A few things from the chart stood out at me:
- Even though the Mac Pro hasn't had a significant update in over two years, the 6- and 12-core Mac Pros are still the fastest Macs available. However, the Mac Pro processor architecture is starting to show its age. Both the 4-core and 8-core Mac Pros have been eclipsed by Apple's latest 4-core laptops and desktops.
- There's only a minor performance difference between the quad-core Core i7 desktops and the quad-core Core i7 laptops. You no longer need a large Mac (or, for that matter, a desktop Mac) to have a fast Mac.
- When the MacBook Air was introduced in 2008, many were concerned whether it was fast enough to get "real work" done. Now, while the low-end 11-inch MacBook Air is still the slowest Mac available, the high-end 11-inch and 13-inch MacBook Airs are competitive with the rest of Apple's portable lineup. Only the 15-inch MacBook Pros, with their quad-core processors, are significantly faster than the MacBook Air.
- Both the mid- and high-end Mac minis are surprisingly fast for such small computers. It's now possible to buy a Mac that scores over 10,000 in Geekbench, uses less than 11W of power when idle.
While 2012 has been a good year for Mac performance, I'm excited to see what Apple has in store for 2013. I'm hoping that the Mac Pro rumors are true, and that we'll see new Mac Pros sometime next year. I'm also excited to see what Intel's new Haswell micro-architecture will bring to the Mac, both in terms of higher performance and lower power use.
Now that the new 27-inch iMac is available for purchase I've been receiving requests from people who are wondering if they should purchase a 27-inch iMac, or whether a 21.5-inch iMac is fast enough for their needs.
To help answer that question I've collected Geekbench results from the Geekbench Browser for both the 27-inch iMac and the 21.5-inch iMac. If you're not familiar with Geekbench, it is a cross-platform benchmark that measures processor and memory performance. Higher Geekbench scores are better.
If you're curious how your Mac (or PC!) compares to the new iMacs you can download Geekbench and find out (it only takes a couple of minutes to run).
iMac Performance (27-inch 2012 and 27-inch 2011)
Before comparing the new 27-inch iMac to the 21.5-inch iMac, I was curious to see how the new 27-inch iMac compared to the old 27-inch iMac. As you can see from the chart, the new 27-inch iMac models are between 13% and 19% faster than last years models (when comparing equivalent models). This increase is thanks to both the new Ivy Bridge processors and, for the mid- and low-end iMac, a slight bump in processor speed.
iMac Performance (27-inch 2012 and 21.5-inch 2012)
Somewhat surprisingly, the new 27-inch iMac models aren't that much faster than the new 21.5-inch iMac models. Only the low-end 27-inch iMac is significantly faster (13%) than the low-end 21.5-inch iMac. The other 27-inch models are only 3-4% faster than the equivalent 21.5-inch models.
Should you get a 21.5-inch iMac or a 27-inch iMac? Unless you're looking at the low-end models, processor performance isn't different enough to recommend one over the other. Which Mac you purchase will come down to personal preferences. Do you want a bigger screen with a more powerful GPU? Or do you want a smaller screen that takes up less space? Either way, regardless of which iMac you choose, you'll be happy with its performance.
While Apple introduced the new iMac last month, Apple only started shipping the new 21.5-inch iMac today (and won't start shipping the new 27-inch iMac until next month). The new iMacs, along with a redesigned body, feature Intel's new Ivy Bridge processors. How do these new processors perform compared to the Sandy Bridge processors found in the previous-generation iMac? How does the new iMac perform compared to Apple's other desktop computers?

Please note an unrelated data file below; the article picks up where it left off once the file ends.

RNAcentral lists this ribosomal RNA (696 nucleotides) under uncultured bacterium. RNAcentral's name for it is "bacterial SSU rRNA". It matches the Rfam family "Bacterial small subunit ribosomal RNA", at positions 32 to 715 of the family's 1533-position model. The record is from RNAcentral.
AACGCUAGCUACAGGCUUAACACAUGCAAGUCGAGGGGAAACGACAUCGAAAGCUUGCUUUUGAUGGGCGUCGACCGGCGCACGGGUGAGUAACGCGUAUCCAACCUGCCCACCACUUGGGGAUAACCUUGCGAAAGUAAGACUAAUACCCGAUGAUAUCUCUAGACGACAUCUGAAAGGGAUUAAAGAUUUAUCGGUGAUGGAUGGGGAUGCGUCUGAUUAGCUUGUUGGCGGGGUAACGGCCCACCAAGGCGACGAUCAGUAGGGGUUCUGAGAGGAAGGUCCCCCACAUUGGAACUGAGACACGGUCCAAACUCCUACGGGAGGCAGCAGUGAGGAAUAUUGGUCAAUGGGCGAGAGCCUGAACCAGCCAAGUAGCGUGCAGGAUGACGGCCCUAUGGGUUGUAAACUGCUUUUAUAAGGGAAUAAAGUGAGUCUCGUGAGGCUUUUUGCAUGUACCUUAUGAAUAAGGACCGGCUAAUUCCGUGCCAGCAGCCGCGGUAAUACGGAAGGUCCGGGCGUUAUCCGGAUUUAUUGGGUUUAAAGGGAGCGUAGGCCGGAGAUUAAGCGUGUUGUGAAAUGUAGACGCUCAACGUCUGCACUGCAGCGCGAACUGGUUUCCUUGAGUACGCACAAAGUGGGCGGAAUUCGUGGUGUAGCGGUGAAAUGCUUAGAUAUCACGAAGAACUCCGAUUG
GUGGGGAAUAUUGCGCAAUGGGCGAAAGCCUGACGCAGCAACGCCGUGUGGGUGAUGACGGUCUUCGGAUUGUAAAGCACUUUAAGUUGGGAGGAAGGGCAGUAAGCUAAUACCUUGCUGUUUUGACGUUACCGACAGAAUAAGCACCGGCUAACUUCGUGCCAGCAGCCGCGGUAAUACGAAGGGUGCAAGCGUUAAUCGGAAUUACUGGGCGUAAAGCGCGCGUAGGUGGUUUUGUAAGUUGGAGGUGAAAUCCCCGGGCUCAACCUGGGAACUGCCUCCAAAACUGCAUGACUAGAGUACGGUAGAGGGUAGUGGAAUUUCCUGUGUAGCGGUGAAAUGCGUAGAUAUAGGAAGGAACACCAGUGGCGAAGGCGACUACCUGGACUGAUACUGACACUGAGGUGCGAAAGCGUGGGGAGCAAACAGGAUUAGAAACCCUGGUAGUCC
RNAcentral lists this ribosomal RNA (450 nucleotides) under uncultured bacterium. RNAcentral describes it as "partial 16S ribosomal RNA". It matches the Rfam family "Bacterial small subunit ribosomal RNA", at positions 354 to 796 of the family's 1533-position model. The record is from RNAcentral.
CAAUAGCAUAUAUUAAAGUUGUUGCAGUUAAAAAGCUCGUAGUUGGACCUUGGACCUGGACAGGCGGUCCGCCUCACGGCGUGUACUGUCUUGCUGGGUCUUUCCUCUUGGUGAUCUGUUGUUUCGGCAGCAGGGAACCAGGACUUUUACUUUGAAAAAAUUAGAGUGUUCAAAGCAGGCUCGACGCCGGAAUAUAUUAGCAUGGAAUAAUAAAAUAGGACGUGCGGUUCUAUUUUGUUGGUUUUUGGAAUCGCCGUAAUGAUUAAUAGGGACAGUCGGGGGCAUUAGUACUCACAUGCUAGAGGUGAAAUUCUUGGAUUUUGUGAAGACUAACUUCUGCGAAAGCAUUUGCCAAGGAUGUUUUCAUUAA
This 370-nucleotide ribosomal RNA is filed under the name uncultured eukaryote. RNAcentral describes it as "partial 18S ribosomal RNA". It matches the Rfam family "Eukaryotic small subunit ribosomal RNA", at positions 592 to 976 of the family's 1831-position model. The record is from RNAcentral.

To answer these questions I've charted Geekbench results gathered from the Geekbench Browser for the following Macs: iMac (Late 2012), iMac (Mid 2011), Mac mini (Late 2012), Mac Pro (Mid 2012), and Mac Pro (Mid 2010).
If you're not familiar with Geekbench, it's a cross-platform benchmark that measures processor and memory performance. Higher scores are better, where double the score means double the performance. You can download Geekbench and use it to find out how your computer compares against the Macs in this article.
The benefits of the new Ivy Bridge processors are clear; the new high-end 21.5-inch iMac is almost 10% faster than the old high-end 27-inch iMac. The new mid-range and low-end iMacs show similar improvements as well.
iMac and Mac mini Performance
Both the iMac and the Mac mini use Ivy Bridge processors, so neither Mac has an architectural advantage over the other. What's interesting here, though, is how the quad-core Core i5 iMacs perform compared to the quad-core Core i7 Mac minis. Since Core i7 has hyper-threading technology (and the Core i5 does not), it can execute more instructions at once, leading to higher performance.
Here this means that the mid-range Mac mini is faster than the mid-range iMac that's almost twice the price. True, you do get a display and a discrete GPU with the iMac, but these Geekbench results show how powerful the new Mac mini is despite its size.
iMac and Mac Pro Performance
Since Apple hasn't meaningfully updated the Mac Pro since 2010, the Mac Pro is stuck with the older and outdated Westmere and Nehalem processors. This handicaps its performance to a point where the new iMac is faster than some of the current Mac Pros. In fact, only the 12-core Mac Pros really distinguish themselves from the new iMacs (both in performance and in price).
The new 21.5-inch iMac isn't a bad upgrade (at least from a performance perspective). Intel's Ivy Bridge processors give the new iMac a nice boost over the previous-generation iMac, and help make it competitive with all but the high-end Mac Pro.
I'm still not sure, though, whether I'd choose a new iMac over a quad-core Mac mini (especially since I already own a nice display).